Review: SolidWorks 2019 [beta]

15 October 2018

Dassault Systèmes continues to do a great job of improving the reliability and performance of its sprawling 3D CAD package, while simultaneously delivering a good supply of enhancements and new features, as Michael Lord reports

Product SolidWorks 2019
Company name Dassault Systèmes
Price on application

At SolidWorks World 2018 in Los Angeles earlier this year, it seemed to some attendees that Dassault Systèmes was holding back a little when it came to detailing what customers might expect from this year’s release of its widely used 3D CAD software package.

Breadcrumbs have been extended to provide more insight into how a model has been constructed

The company’s first opportunity to showcase the SolidWorks 2019 Beta was a little bit smoke and mirrors, providing glimpses, but not revealing too much – but that’s not unusual at SolidWorks World.

In part, this might be put down to the company’s ongoing commitment to its customer community to deliver a return to a more stable, reliable platform, but one that offers performance improvements.

With that in mind, resources have been committed to cleaning up a backlog of software performance reports (SPRs). In addition to this, it’s worth bearing in mind the sheer scope of SolidWorks.

Today, it’s an umbrella brand for a huge and growing suite of products. Even for a company the size of Dassault Systèmes, there’s a lot here to keep product development staff busy.

What we can confidently say about the SolidWorks 2019 Beta, however, is that data management is a particular area of focus. There are a significant number of enhancements, for example, to SolidWorks PDM, as well as the SolidWorks Manage tool for project and resource management.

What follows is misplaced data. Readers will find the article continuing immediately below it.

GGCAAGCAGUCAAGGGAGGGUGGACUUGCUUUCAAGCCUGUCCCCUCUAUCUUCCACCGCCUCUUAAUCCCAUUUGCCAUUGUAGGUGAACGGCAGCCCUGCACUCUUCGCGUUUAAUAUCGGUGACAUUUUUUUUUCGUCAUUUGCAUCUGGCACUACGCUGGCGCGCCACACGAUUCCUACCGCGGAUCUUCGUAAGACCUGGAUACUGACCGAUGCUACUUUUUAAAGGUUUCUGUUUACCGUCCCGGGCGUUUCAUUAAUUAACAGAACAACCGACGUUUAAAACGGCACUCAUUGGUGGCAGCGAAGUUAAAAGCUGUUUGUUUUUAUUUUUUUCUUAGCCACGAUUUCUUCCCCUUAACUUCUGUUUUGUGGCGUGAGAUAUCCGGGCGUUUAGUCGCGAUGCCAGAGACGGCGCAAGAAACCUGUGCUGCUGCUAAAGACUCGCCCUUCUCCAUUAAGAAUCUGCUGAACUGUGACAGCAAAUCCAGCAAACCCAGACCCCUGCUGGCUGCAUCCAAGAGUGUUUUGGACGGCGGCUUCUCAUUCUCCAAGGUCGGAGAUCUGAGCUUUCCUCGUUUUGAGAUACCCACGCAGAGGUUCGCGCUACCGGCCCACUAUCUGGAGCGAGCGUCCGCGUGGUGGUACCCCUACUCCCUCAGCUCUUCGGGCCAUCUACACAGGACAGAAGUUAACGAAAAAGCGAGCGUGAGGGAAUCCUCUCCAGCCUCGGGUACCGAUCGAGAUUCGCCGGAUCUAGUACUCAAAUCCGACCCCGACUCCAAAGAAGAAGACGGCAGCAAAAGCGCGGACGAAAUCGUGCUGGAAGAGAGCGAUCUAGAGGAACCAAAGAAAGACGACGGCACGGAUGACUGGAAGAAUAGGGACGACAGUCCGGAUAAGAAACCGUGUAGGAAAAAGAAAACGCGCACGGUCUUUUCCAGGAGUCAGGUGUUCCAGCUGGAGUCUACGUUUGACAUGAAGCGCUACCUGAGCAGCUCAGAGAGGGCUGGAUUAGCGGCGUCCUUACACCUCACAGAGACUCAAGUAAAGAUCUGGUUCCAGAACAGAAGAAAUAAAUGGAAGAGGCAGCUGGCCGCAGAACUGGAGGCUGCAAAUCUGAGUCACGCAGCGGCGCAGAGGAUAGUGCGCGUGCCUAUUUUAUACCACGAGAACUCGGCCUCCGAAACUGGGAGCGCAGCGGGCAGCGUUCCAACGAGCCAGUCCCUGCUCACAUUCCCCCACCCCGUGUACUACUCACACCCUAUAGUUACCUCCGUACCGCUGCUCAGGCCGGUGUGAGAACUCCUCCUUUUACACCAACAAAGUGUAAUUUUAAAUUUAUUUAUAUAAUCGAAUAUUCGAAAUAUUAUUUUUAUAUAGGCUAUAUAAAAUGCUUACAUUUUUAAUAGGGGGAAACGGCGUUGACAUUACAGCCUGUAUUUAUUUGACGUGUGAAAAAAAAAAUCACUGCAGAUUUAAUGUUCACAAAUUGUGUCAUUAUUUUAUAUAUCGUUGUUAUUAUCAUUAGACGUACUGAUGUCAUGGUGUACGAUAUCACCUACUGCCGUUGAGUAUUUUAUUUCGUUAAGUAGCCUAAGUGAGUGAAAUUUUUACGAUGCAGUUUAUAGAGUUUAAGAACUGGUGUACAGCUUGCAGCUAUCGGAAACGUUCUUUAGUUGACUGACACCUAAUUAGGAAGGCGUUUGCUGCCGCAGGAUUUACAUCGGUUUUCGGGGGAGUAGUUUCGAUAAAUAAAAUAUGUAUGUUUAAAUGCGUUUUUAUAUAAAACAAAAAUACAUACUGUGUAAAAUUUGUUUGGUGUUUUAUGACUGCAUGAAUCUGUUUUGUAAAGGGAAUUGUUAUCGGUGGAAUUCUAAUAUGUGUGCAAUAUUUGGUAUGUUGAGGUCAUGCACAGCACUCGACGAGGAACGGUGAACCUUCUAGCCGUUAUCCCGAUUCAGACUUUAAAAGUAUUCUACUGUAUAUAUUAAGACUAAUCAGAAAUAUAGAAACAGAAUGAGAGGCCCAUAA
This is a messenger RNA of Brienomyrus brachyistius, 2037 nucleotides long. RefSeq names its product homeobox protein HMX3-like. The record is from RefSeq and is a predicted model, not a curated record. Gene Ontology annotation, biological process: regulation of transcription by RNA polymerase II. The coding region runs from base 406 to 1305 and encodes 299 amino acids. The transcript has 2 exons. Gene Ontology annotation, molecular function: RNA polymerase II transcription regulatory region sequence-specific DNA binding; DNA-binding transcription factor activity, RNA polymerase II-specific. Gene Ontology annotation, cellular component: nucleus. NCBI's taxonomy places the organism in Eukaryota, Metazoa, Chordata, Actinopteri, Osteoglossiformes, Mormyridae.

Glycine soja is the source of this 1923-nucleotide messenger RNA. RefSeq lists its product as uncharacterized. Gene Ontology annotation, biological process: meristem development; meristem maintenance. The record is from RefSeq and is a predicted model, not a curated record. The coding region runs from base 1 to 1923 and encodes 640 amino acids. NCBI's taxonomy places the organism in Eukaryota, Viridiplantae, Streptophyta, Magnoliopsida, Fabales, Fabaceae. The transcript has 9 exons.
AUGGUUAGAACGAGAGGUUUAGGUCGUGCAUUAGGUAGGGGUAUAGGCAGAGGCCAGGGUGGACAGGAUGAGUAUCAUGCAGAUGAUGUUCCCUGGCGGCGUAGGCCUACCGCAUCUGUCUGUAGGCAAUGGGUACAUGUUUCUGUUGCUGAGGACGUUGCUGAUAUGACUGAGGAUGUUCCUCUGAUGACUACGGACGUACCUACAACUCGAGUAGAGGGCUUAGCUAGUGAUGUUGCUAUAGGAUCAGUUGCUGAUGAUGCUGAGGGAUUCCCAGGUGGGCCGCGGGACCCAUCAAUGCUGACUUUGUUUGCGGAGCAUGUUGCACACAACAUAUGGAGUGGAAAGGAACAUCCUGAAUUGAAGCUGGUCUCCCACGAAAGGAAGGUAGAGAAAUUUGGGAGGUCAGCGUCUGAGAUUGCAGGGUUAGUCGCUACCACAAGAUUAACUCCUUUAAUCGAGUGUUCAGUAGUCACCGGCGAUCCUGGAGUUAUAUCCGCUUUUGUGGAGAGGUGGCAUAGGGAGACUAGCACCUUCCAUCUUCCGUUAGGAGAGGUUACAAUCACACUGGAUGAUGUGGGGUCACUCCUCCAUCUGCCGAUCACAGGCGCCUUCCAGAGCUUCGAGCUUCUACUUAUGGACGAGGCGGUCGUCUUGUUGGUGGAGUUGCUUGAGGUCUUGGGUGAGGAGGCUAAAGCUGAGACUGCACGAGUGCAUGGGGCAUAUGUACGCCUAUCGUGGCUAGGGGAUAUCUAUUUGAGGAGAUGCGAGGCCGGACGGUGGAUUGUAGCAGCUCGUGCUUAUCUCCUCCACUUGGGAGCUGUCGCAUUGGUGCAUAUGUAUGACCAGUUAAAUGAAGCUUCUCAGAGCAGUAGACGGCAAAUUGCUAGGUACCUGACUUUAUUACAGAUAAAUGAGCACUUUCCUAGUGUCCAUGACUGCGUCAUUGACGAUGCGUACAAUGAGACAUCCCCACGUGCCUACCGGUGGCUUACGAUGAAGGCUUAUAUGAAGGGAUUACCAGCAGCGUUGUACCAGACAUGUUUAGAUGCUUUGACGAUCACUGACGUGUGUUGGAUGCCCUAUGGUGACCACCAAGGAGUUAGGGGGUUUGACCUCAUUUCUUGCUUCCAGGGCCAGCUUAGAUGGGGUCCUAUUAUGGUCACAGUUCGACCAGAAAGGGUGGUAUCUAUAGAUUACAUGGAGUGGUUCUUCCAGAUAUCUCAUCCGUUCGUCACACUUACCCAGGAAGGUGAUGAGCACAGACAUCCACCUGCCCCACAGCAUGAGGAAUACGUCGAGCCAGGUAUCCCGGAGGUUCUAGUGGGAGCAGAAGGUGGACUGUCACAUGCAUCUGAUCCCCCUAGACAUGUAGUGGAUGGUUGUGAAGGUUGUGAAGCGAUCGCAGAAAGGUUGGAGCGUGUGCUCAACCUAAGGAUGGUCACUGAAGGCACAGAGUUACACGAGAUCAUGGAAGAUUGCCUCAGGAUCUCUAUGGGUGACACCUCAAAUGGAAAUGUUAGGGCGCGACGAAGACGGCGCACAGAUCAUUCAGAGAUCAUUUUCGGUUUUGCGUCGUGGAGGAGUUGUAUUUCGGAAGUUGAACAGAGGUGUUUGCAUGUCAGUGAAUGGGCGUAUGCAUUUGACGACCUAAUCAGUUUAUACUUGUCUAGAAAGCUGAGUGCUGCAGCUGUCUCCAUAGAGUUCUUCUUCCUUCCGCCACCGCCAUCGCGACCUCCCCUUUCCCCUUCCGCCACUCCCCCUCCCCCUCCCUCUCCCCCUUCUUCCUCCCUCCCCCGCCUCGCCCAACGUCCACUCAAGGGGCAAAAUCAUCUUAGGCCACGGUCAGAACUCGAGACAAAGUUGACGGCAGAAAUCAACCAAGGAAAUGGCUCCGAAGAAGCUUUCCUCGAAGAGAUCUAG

Elsewhere, there’s new functionality for SolidWorks Visualize and SolidWorks CAM.

Still, it is changes to the core components of the product that will have the most impact for customers – and in particular, improvements to features and functions used daily that will offer the most return in terms of time savings and productivity. So let’s take a look at some of those.

The enhancements start early with the Installation Manager. SolidWorks 2019 Beta now downloads faster than previous versions – and given that a fresh install of the package weighs in at 13GB, any reduction has to be welcome.

In terms of performance improvements, the product boasts a new ‘graphics architecture’, resulting in a smoother and more responsive real-time display, capable of scaling up when higher end graphic cards are introduced to the mix.

Comparing SolidWorks benchmark tests for the 2018 and 2019 versions, I see an average improvement of around 13%, with the biggest improvements in graphics performance.

User interface

Work continues on the SolidWorks user interface. Since Breadcrumbs was introduced in the 2016 release, it has proved its value as a productivity tool. In the 2019 Beta release, Breadcrumbs goes further, with the ability to set a Breadcrumb to appear at the mouse pointer.

Elsewhere, SolidWorks 2019 Beta sees the introduction of the ability to add and show markups. A system setting enables the user to add a markup folder to the FeatureManager tree and selecting this opens the Markup toolbar.

The sketch tools, meanwhile, allow for the creation of the markup in both parts and assemblies. These can either take the form of a text note or, for those using a touch-enabled device, a handwritten note.

Between Windows 10, an ever-increasing array of touchscreen options and now this handwriting ability, it’s clear that SolidWorks is thinking about how designs are reviewed and notations communicated.

The welcome dialogue box introduced last year allowed users shortcut access to recently opened documents. A new enhancement to this now gives them the ability to specific the number of recent documents displayed – anywhere between one and 100.

This can also include documents opened from within other documents. New search filtering tools mean they can filter their options by file type or file name.

Freehand sketching (with the newly renamed Pen tool) allows you to annotate models and also now includes shape recognition